Introduction to Linguistics
Petra Bos (Vrije Universiteit Amsterdam)
Language plays an extremely important role in our daily life. To be able to observe and analyze linguistic features or to be able to teach a language, we need to have quite some knowledge of language systems; in other words, of the phenomenon ‘language’. Even if you are primarily interested in studying or teaching one specific language, it is still important to understand the foundations of linguistics. Because in a sense, all languages are variations on a single theme: if you look at them closely, they look more alike than at first sight. The fact that all linguists use the same terminology to describe many different languages already proves that languages somehow share a common basis.
The goal of this course is to provide students with elementary knowledge of formal linguistics and of language use and to improve their knowledge about language (language awareness). At the end of this course, students will be able to correctly use general linguistic terminology and they will be familiar with the basics of the following linguistic domains: phonetics, phonology, morphology, syntax, semantics, pragmatics, language acquisition and language disorders. They will also be aware of the role that linguistics plays in society, such as in speech/ language therapy and in educational environments. Students will be able to perform basic linguistic analyses on small datasets from English, but also from languages they most probably do not speak.
Contents of the course
In this course, we will study the basics of linguistics and applied linguistics. We start out with studying the language acquisition processes young children go through. We will focus on the developmental processes in sound, word and sentence acquisition. We will also pay some
attention to language disorders, such as developmental disorders, dyslexia and aphasia. Taking language acquisition as a starting point, we will then study the systems for sound production, word formation and sentence construction as universal properties of languages. In our phonetics and phonology classes we will study how sounds are pronounced and perceived and how meaning is mapped onto sounds in different languages. We then move on to how words and sentences are formed in a number of languages and how this helps us categorize languages into families (topics: morphology and syntax). In these first weeks we will study many language examples from English but also from typologically completely different languages such as Austronesian languages and Amazonian languages. Halfway the course, we will focus less on the language system itself and more on language use. We will study semantics (the mapping of meaning onto words or clauses) and pragmatics (the unwritten rules of language use) and the application of all these domains in daily life. Special attention will be paid to (foreign) language teaching. At the end of the course, you will have become acquainted with an enormous number of fascinating features of language.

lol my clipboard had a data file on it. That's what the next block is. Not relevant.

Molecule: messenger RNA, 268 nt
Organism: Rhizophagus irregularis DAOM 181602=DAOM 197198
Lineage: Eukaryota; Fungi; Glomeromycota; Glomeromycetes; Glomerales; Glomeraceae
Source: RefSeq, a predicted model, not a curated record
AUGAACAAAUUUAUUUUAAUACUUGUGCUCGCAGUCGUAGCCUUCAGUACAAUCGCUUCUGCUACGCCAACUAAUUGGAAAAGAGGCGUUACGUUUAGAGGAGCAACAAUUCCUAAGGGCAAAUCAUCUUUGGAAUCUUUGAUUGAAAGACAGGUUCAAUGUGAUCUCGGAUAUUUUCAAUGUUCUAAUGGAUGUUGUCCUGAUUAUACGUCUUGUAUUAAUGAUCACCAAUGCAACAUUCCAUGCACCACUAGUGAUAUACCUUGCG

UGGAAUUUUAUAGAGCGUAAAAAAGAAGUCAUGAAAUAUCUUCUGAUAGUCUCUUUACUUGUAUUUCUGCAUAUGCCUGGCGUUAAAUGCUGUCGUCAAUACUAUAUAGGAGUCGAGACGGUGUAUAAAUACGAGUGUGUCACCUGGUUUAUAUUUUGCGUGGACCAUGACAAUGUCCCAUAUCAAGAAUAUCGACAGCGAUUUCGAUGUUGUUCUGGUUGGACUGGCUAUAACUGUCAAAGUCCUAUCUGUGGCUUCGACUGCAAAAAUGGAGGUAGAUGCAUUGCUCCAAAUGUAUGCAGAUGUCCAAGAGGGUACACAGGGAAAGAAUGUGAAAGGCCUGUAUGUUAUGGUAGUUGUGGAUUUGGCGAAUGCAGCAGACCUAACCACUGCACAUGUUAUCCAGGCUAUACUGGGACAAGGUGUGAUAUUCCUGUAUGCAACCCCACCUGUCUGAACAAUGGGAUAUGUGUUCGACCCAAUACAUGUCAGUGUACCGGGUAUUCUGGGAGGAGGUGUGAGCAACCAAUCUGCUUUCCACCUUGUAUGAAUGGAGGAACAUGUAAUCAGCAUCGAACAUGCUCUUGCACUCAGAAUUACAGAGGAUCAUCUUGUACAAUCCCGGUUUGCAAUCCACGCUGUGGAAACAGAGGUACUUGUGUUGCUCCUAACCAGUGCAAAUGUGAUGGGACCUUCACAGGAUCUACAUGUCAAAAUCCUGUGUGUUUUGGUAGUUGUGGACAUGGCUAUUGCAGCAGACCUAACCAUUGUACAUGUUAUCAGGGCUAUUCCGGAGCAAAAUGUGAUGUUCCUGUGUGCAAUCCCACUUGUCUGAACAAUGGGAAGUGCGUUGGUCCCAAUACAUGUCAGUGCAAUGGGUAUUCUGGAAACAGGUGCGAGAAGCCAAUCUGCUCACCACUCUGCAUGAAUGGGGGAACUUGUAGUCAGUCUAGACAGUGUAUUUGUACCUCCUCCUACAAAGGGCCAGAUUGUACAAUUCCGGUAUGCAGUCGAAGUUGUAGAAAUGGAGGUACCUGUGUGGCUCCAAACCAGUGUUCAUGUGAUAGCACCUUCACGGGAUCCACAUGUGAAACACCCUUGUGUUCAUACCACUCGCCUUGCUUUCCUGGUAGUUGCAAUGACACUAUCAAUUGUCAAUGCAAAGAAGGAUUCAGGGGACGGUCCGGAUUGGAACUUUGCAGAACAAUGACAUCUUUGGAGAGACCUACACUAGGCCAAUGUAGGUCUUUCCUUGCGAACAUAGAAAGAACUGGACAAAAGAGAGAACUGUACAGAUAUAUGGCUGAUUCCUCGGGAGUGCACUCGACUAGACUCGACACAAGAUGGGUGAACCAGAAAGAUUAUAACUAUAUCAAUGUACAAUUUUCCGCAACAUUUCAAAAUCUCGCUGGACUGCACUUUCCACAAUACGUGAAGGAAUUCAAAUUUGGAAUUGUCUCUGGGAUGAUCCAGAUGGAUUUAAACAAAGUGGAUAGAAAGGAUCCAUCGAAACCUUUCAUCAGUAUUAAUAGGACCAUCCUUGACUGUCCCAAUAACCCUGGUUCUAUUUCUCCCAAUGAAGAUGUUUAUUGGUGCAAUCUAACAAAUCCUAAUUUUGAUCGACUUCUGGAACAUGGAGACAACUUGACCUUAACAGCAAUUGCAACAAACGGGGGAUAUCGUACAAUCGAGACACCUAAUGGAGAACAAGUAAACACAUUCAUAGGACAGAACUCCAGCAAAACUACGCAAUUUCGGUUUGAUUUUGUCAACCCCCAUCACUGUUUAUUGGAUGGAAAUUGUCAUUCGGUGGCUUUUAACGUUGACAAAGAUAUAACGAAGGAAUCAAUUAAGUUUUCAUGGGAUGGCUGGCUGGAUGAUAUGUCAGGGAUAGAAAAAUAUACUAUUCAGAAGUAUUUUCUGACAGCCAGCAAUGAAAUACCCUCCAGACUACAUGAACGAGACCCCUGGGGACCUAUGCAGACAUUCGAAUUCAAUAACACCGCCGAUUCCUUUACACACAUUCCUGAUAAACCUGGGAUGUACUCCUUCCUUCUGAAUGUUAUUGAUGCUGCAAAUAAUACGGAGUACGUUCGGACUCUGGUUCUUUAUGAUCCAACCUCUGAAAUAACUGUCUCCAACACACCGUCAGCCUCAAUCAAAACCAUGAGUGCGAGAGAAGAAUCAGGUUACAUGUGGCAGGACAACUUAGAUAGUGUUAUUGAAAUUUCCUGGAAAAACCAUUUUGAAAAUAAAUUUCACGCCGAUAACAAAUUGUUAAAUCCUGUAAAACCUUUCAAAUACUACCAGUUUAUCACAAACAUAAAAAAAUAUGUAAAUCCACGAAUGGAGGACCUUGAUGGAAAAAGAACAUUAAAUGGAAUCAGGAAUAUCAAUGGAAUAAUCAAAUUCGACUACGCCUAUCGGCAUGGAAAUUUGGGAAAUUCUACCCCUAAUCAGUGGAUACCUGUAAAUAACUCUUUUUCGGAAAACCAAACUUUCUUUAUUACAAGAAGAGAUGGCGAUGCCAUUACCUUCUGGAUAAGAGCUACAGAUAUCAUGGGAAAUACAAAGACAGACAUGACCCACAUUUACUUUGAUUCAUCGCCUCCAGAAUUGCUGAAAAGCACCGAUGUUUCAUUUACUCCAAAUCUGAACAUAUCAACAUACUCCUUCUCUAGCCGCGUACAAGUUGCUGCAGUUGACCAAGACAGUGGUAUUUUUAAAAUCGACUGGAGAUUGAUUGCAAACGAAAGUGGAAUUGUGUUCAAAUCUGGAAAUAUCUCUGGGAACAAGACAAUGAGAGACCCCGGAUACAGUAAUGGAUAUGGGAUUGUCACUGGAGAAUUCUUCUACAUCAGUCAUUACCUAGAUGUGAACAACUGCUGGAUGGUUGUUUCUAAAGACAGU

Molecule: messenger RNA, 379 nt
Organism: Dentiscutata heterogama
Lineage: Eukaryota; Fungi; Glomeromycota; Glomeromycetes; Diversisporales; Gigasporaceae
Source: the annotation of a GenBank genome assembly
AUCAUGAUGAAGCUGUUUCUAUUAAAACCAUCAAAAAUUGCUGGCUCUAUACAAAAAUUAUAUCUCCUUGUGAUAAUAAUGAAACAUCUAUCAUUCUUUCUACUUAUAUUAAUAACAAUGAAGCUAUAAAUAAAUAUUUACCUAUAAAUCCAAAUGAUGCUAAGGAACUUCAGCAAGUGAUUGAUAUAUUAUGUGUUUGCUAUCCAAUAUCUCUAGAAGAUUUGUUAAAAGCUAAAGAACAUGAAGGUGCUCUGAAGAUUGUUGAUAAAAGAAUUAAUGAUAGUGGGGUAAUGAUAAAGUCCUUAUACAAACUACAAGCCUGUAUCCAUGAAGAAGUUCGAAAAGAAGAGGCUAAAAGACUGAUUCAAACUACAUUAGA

Lectures and seminars. In the lectures, the topics of that week will be introduced. Students will then individually work on a number of linguistic exercises (related to the topics of the week) before the start of the seminar. During the seminars, the outcomes of these exercises will be discussed. Solid preparation and active participation by the students is essential in these seminars.
Written exam (50 multiple choice questions). Students will be tested on their knowledge of and insight in the field of linguistics. Analyses of small datasets will also be part of this multiple-choice exam.
This will be our handbook in this course:
Language Files: Materials for an Introduction to Language and Linguistics.
13th edition. Columbus: Ohio State University Press.